Perceiving that we approached the shore, he said, “Let Mrs. Hamilton be immediately sent for—let the event be gradually broken to her; but give her hopes.” Looking up we saw his friend Mr. Bayard standing on the wharf in great agitation. He had been told by his servant that Gen. Hamilton, Mr. Pendleton, and myself, had crossed the river in a boat together, and too well he conjectured the fatal errand, and foreboded the dreadful result. Perceiving, as we came nearer, that Mr. Pendleton and myself only sat up in the stern sheets, he clasped his hands together in the most violent apprehension; but when I called to him to have a cot prepared, and he at the same moment saw his poor friend lying in the bottom of the boat, he threw up his eyes and burst into a flood of tears and lamentation. Hamilton alone appeared tranquil and composed. We then conveyed him as tenderly as possible up to the house. The distresses of this amiable family were such that till the first shock was abated, they were scarcely able to summon fortitude enough to yield sufficient assistance to their dying friend.

In his last hours, Hamilton spent time with his wife and children, and expressed his anxiety for their future and their grief.

During the night, he had some imperfect sleep; but the succeeding morning his symptoms were aggravated, attended however with a diminution of pain. His mind retained all its usual strength and composure. The great source of his anxiety seemed to be in his sympathy with his half distracted wife and children. He spoke to me frequently of them—“My beloved wife and children,” were always his expressions. But his fortitude triumphed over his situation, dreadful as it was; once, indeed, at the sight of his children brought to the bed-side together, seven in number, his utterance forsook him; he opened his eyes, gave them one look, and closed them again, till they were taken away. As a proof of his extraordinary composure of mind, let me add, that he alone could calm the frantic grief of their mother. “Remember, my Eliza, you are a Christian,” were the expressions with which he frequently, with a firm voice, but in pathetic and impressive manner, addressed her. His words, and the tone in which they were uttered, will never be effaced from my memory. At about two o’clock, as the public well knows, he expired.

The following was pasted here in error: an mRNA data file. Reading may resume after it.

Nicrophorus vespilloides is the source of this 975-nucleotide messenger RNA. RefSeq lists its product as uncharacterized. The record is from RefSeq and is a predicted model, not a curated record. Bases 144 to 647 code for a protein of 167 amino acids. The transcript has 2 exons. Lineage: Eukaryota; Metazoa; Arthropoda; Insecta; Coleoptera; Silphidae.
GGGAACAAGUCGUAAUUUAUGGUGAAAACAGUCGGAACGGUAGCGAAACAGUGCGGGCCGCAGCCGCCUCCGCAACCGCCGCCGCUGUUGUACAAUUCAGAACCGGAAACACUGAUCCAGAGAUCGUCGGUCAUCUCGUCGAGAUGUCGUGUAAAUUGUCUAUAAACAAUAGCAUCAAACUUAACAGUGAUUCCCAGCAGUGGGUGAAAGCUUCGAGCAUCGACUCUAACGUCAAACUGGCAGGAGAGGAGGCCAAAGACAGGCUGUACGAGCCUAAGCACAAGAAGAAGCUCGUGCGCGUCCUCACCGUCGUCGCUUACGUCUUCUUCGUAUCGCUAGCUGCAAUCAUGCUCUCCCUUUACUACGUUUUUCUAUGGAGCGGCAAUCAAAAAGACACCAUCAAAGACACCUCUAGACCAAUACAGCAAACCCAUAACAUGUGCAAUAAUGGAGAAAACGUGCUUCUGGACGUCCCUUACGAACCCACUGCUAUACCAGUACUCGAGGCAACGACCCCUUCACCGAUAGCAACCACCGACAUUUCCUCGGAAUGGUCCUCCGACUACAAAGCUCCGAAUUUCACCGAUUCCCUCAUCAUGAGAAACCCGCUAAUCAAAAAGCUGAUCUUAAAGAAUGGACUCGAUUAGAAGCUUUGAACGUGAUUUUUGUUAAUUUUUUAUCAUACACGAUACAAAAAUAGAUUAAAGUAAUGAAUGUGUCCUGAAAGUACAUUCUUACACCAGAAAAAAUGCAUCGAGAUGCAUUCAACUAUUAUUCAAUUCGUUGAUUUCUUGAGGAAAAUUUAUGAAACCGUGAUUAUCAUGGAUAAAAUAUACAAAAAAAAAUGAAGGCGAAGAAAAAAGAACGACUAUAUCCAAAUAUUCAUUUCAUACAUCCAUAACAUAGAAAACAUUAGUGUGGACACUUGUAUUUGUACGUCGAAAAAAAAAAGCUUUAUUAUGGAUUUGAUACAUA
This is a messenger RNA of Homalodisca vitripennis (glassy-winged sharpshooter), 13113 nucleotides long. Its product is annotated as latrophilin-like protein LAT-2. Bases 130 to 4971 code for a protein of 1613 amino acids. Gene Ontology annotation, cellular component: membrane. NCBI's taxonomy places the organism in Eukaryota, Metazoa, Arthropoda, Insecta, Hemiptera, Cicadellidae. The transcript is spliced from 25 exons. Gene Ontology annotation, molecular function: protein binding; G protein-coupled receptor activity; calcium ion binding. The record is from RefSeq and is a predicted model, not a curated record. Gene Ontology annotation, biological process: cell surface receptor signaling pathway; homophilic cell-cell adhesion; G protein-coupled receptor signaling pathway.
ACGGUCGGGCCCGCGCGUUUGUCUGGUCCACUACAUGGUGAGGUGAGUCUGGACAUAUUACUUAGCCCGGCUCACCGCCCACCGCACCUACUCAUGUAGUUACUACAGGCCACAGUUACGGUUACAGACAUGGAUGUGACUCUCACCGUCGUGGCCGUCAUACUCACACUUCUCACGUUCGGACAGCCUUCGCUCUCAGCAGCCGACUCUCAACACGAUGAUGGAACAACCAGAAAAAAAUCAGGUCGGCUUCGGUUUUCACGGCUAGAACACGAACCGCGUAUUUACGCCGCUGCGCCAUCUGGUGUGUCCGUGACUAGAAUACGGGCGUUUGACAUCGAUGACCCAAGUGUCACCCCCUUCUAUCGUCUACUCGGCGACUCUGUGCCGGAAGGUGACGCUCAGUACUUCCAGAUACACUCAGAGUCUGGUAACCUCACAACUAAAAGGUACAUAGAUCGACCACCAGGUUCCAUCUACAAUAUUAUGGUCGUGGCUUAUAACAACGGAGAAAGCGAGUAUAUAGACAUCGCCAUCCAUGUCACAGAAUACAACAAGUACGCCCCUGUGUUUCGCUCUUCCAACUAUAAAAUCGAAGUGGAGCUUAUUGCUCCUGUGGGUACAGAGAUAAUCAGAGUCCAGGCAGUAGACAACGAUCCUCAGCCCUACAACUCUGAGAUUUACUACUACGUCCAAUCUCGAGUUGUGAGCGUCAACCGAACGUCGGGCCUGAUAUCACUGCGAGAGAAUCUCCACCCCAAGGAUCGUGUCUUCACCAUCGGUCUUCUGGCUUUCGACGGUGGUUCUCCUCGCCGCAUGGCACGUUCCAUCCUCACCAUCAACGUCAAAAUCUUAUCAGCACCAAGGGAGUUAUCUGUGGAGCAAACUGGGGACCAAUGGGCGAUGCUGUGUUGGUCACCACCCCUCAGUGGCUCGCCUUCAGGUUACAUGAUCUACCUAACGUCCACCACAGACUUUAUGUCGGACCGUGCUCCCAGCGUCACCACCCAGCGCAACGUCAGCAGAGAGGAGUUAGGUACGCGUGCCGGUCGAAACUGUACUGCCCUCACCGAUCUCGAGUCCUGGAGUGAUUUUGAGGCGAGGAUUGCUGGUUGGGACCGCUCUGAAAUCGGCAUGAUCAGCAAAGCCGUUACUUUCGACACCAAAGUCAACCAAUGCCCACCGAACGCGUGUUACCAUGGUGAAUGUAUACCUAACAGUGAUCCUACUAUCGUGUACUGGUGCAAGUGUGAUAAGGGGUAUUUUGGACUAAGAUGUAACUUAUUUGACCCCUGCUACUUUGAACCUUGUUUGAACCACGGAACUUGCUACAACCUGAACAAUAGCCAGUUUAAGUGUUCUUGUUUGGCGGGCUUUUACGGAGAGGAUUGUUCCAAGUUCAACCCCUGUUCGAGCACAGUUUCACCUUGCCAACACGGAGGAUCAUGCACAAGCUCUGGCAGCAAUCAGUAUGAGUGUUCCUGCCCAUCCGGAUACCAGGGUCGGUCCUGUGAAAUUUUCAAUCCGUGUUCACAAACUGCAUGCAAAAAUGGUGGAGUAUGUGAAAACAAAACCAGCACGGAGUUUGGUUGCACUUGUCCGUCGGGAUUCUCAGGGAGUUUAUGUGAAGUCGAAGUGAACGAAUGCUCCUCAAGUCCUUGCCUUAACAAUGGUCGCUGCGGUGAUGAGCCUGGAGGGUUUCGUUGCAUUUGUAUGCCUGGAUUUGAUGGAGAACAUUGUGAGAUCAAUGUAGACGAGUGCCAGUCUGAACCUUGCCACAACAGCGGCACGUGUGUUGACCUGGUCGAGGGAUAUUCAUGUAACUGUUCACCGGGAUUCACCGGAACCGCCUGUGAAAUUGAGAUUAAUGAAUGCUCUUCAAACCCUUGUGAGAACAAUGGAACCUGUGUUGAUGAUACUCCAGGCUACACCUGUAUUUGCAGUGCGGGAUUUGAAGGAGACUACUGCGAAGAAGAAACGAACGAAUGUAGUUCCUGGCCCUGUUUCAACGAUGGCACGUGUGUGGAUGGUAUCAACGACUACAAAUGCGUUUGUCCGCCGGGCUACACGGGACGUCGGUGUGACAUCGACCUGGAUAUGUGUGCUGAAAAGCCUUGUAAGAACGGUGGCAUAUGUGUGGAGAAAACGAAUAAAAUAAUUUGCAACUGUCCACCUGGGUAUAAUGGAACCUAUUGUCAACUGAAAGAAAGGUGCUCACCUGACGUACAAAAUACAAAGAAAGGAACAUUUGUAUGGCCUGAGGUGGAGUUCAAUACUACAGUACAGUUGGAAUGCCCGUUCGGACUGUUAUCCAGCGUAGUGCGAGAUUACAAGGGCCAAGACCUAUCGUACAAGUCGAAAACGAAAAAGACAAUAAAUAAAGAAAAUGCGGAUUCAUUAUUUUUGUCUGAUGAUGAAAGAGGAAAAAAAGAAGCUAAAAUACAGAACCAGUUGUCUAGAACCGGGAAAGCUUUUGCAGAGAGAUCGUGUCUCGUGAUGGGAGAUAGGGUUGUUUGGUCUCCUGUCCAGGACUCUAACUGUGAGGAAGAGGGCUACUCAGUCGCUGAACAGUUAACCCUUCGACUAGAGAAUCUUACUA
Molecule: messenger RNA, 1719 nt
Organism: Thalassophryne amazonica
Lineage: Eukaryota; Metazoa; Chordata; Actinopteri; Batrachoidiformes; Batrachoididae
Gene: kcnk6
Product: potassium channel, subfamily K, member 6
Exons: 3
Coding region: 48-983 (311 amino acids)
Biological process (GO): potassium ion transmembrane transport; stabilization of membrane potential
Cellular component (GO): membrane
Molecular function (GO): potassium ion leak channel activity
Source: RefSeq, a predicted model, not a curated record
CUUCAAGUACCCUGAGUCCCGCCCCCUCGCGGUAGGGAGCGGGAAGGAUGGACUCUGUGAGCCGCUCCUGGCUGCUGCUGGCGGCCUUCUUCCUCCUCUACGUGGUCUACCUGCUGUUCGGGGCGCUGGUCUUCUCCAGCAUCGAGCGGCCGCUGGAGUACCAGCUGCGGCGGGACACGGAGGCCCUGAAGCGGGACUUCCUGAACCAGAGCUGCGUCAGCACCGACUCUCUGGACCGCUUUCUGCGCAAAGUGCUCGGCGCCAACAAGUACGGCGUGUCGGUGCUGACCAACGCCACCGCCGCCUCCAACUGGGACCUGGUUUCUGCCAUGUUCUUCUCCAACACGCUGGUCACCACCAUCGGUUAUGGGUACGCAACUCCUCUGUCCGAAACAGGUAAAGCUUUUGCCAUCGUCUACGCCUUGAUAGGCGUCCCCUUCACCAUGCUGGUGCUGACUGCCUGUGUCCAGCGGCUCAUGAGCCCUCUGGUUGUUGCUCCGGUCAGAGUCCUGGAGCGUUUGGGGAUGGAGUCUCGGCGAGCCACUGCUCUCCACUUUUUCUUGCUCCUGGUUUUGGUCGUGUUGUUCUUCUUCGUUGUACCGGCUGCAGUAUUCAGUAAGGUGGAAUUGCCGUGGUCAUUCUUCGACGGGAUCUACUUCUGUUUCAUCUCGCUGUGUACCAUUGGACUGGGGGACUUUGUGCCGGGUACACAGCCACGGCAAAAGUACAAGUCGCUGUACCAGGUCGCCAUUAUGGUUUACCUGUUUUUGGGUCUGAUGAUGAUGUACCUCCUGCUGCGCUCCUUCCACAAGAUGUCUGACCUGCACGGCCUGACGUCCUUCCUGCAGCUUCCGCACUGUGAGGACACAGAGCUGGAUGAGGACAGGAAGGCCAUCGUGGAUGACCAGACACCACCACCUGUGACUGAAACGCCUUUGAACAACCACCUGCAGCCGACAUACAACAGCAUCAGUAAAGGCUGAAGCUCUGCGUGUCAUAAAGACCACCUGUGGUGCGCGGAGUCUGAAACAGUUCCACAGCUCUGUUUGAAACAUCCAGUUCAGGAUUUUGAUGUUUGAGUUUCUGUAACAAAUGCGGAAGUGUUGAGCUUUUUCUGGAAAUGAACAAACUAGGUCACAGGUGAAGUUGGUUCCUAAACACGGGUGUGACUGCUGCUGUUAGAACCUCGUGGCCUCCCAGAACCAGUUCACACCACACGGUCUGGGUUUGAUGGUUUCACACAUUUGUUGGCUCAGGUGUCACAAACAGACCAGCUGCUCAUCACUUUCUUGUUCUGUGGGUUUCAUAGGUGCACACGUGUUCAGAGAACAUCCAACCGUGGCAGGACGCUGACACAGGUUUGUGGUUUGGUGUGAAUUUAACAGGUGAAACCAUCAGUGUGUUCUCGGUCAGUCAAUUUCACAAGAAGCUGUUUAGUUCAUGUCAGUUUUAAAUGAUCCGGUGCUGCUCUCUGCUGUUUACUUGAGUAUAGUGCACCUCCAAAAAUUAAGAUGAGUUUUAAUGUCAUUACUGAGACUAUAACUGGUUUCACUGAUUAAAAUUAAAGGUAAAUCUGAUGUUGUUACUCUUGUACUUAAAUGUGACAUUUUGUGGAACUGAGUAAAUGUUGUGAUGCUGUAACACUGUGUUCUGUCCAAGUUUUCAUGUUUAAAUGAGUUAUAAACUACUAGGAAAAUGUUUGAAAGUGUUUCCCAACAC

Incorrupta fides—nudaque veritas

Quando ullum invenient parem?

Multis ille quidem flebilis occidit.

The powerful Latin phrase Dr. Hosack quoted in the letter is translated below:

“When will incorruptible Faith and naked Truth

Find another his equal?

He has died wept by many.”

Daniel Webster’s Tribute to Alexander Hamilton

The below excerpt from The Beauties of the Hon. Daniel Webster, published in 1839, captures some of Daniel Webster’s legendary respect for Alexander Hamilton and his sense

“How can I stand here to speak of the Constitution of the United States, of the wisdom of its provisions, of the difficulties attending its adoption, of the evils from which it rescued the country, and of the prosperity and power to which it has raised it, and yet pay no tribute to those who were highly instrumental in accomplishing the work?  While we are here to rejoice, that it yet stands firm and strong; while we congratulate one another that we live under its benign influence, and cherish hopes of its long duration; we cannot forget who they were, that in the day of our national infancy, in the times of despondency and despair, mainly assisted to work out our deliverance.  I should feel that I disregarded the strong recollections which the occasion presses upon us, that I was not true to gratitude, nor true to patriotism, nor true to the living or the dead, not true to your feelings or my own, if I should forbear to make mention of ALEXANDER HAMILTON.”

 Daniel Webster Desk
Image from http://www.senate.gov/artandhistory/art/special/Desks/hdetail.cfm?id=5

In 1831, Webster gave a speech in New York, later quoted in Bartleby’s regarding Hamilton’s contributions to the financial system.

He smote the rock of the national resources, and abundant streams of revenue gushed forth. He touched the dead corpse of the Public Credit, and it sprung upon its feet. The fabled birth of Minerva, from the brain of Jove, was hardly more sudden or more perfect than the financial system of the United States, as it burst forth from the conceptions of Alexander Hamilton.